It’s a way of incorporating things into my work. For example, when I was making Celacanto Provoca Maremoto, 2004-2008, the first version of the work that is in Inhotim, it was a time when I was listening to a lot of music. I think it’s my most musical piece. There’s a fair amount of improvisation and syncope. There’s no sequence, it’s made from interruptions and at the same time there’s a grid. I was listening to a lot of ‘Choro’ music, I was learning to sing, I was very involved. I was in love with a song by Baden Powell, ‘Choro para Metrônomo’. In it there’s the beat of the metronome over which there is the improvisation of the guitar—to me, that artwork is the image of this song. There are other things. I practised Chinese martial arts for years in my life, for example. I was deeply and profoundly involved, committed. When I identified Chinese elements within Baroque, it struck a chord much more than Indian elements did, for instance. I think things are interlaced in that kind of a way. When I went to China originally in 1993, I went to study acupuncture, with a group of doctors, I didn’t go to study art or even in the company of artists. I feel that any kind of knowledge can lead me to and be absorbed by art. Being closed within Modern art references is impossible for me. I am very curious, so I let things intersect with other things. In my work, there are lots of references to the decorative arts, tiles, ceramics—they’re not considered ‘Art’. When I took part in an exhibition at Fondation Cartier about the Yanomami Indians, of course my work absorbed a lot about them, their mythology.
Image: Adriana Varejão, Celacanto Provoca Maremoto, 2004-2008. Oil and plaster on canvas, 184 canvases; 110 x 110 cm (each). Permanent installation at Instituto Inhotim, Brazil. Photo: Vicente de Mello.
You transform elements of your life into your work in a very unique way. It’s not literal.Yes, it’s not autobiographical.
It’s what you said earlier about art being a way of being in the world.
It’s a collective way of seeing the world, not individual. It’s a point of view that’s inserted within a culture. It’s sociological. The other day I went to watch the Caetano Veloso and Gilberto Gil concert and that was exactly the comparison I made between them. Gil seems to bring with him an ancestral culture, a collective and universal sense to his music. He speaks about love, men, women, race. Caetano is more about the human being, about diving deep within himself where there is also common ground to be found, but it’s seen from a particular perspective. They’re both beautiful points of view, but very different. When I was pregnant, there was a feminine element that I delved into. I was working on the plates and there was something of that universe—the fruits of the sea and the land. I came across the Ama divers, women who plunge in the ocean searching for sea fruit and food. It’s very Asian and I came across several images of these women from the 1940s. They dive with knives. I identified with them a lot at the time and immersed myself in that world, which also has a lot to do with maternity. And then I tied them to Bordallo’s ceramics … All of that to say these connections are all there, in the world. The Ama diver culture is over 2000 years old, it transcends me and my being pregnant. It’s more like it’s about millions of mothers.
Image: Exhibition view, Adriana Varejão, 2015. Image courtesy Lehmann Maupin, New York and Hong Kong. Photo © Kitmin Lee.
So, what is it like being a leading woman in the art world?I never really think about it. I’m not sure if that determines any aspect of my work. I’ve never approached any artwork in terms of the gender of its maker. In Brazilian art for example, women are protagonists, not mere participants. Tarsila do Amaral, Anita Malfatti, Lygia Clarke, Mira Schendel, Maria Martins, Lygia Pape and more recently, from my generation, there’s myself, Beatriz Milhazes, Fernanda Gomes, Rivane Neuenschwander—if you look at these and other generations of artists, they and other women are the highlights. There is however, still something tied to power that is very associated to men. There’s been a list going round recently of the ten most expensive male and female artists and these men’s artworks are five, ten times more expensive than those of their female counterparts. There’s some sort of reason, but I’m not quite sure I understand.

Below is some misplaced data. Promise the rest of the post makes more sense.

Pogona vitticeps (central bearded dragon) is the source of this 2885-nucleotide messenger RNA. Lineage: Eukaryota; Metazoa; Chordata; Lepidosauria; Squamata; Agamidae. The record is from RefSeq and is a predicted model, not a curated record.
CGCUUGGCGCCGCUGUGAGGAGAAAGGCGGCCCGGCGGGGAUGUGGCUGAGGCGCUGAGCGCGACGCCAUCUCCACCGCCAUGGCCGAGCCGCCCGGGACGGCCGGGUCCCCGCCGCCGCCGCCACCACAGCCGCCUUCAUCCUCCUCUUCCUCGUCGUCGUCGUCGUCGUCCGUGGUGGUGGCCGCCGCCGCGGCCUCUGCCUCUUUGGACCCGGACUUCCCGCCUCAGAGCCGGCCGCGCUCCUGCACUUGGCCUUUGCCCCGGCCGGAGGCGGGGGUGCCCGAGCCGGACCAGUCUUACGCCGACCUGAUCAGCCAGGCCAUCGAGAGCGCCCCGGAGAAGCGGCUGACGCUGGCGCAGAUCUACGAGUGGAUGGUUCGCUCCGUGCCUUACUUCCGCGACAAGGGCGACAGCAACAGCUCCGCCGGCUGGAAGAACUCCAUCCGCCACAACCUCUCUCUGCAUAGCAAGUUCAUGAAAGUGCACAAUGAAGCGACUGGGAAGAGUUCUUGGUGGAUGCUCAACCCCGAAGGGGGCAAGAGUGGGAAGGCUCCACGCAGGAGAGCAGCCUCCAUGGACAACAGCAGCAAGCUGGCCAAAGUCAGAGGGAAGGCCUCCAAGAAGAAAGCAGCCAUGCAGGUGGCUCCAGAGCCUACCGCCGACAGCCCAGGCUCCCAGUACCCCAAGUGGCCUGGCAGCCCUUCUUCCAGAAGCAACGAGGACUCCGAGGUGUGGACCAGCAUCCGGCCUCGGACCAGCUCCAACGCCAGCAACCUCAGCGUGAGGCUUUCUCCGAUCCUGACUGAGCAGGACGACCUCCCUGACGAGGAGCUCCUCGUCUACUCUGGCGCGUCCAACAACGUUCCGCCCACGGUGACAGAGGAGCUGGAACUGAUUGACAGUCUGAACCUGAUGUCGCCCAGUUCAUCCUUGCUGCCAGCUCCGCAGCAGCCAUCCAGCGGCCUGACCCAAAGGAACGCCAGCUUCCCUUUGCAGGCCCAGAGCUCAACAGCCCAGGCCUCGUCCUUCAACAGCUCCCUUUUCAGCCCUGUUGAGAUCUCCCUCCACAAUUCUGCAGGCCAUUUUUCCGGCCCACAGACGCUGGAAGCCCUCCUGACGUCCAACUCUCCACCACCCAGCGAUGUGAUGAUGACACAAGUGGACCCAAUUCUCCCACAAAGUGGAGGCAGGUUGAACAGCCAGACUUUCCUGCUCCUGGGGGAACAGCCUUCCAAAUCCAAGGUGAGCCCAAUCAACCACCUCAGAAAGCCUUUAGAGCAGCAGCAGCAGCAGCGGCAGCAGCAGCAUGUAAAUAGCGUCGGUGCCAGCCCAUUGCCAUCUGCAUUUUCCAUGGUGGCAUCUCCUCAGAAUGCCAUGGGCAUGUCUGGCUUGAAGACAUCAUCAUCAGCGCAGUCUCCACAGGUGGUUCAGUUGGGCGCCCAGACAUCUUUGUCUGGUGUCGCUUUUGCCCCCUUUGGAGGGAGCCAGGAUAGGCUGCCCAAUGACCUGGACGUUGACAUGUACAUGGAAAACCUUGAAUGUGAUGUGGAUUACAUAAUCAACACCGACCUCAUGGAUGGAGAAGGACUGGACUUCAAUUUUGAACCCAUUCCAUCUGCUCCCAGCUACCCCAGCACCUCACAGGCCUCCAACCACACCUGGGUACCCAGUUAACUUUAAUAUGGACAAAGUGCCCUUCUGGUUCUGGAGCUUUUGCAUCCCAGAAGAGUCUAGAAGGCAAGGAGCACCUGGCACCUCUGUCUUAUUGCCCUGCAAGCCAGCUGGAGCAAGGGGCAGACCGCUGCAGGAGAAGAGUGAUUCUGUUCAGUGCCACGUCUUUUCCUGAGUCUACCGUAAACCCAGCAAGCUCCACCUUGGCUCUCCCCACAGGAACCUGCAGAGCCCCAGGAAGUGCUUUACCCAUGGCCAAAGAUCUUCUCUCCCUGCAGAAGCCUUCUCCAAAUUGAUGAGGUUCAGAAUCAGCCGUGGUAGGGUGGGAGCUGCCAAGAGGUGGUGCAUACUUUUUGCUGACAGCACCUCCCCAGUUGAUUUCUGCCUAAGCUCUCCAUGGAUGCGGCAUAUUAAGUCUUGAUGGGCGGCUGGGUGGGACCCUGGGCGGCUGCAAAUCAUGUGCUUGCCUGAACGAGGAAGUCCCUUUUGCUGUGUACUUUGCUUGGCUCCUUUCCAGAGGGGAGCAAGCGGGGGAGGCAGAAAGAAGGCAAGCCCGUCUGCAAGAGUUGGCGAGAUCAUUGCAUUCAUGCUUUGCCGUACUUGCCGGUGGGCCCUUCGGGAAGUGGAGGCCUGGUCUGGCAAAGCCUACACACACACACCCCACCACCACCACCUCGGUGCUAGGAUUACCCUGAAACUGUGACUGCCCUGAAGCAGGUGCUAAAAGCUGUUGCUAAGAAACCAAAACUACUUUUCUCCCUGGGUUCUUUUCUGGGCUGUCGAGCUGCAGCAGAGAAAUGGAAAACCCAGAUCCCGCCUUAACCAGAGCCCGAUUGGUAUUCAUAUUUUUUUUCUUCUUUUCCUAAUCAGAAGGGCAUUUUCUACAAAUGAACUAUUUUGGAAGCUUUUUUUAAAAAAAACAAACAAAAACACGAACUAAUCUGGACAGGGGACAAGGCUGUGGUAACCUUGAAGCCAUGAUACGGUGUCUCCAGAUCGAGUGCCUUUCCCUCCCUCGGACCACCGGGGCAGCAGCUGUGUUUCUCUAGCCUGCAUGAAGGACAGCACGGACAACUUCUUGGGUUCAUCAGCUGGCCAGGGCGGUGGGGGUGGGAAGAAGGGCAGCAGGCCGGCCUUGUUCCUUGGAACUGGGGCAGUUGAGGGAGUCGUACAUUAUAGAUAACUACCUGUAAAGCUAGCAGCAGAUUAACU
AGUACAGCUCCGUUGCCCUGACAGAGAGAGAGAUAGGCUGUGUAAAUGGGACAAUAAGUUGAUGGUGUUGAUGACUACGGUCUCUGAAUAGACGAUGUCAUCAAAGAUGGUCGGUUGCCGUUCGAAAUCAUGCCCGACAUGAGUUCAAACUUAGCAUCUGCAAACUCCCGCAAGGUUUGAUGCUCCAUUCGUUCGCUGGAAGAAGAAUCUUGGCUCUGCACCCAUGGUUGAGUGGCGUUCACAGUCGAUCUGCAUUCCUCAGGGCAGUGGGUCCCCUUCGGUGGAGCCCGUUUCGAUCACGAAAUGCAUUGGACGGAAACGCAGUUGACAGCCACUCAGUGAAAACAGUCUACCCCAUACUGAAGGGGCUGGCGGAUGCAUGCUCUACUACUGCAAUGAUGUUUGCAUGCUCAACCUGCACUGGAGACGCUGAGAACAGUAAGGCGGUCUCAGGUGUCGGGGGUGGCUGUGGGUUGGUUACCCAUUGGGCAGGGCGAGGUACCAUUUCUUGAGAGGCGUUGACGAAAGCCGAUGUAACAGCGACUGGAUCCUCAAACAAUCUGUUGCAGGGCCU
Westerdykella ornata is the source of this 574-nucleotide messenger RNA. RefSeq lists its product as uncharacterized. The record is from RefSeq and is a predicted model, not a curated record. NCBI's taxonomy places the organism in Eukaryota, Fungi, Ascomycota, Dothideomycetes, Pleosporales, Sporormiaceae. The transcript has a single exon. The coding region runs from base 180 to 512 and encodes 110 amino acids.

Image: Adriana Varejão, Sereias Bêbadas / Drunken Mermaids, 2009. Oil on fiberglass and resin, 150 x 25 cm. Photo: Eduaro Ortega.
In that sense, then it’s more about the market and its labels and parameters than the art?If you take a dead celebrated artist and compare him with a female equivalent, his work will be a commodity straight away. It’s strange and manifests a bizarre ‘pseudo-male-superiority’. I don’t understand it. Why is Marlene Dumas’ work not as expensive as Richter’s for example? But, in any case, that’s never really been an issue to me, or even something that I really think about. On the contrary, I’ve always felt very empowered and close to people who empathise [with] and admire women.
What do you have in store for the near future, what are your upcoming projects?
I’ll be exhibiting in Rome, at Gagosian Gallery in September 2016. I was in Rome for the first time in 2014. I was very impressed by it. I’ve always spoken about Baroque, but it’s always been from a Latin perspective, Brazil, Mexico. I’d never been to its place of birth. I fell in love with the gallery space there, it’s oval and enormous.
So will you be showing new artwork, inspired by the space?
The space influences the work a great deal. I’m not sure exactly how it will be but I’ll be deep into a Baroque voyage. Apart from that, we are shooting a documentary in several different locations. I didn’t want that usual format where there’s someone or me talking about my work. It’s a documentary that is about the stories that run parallel to the art. The people, the things and their stories. All sorts of different narratives. So it also ends up being about lots of different subjects. Did you see the book Lilia Schwarcz and I organised? It’s not a book about my work. She takes the references and she works through them. It’s as if the work was a catalyst for different stories. And that’s how the documentary will be as well. It’s directed by Andrucha Waddington and produced by Conspiração Filmes. We still have several places to go to, so we’ll be working on it next year. —[O]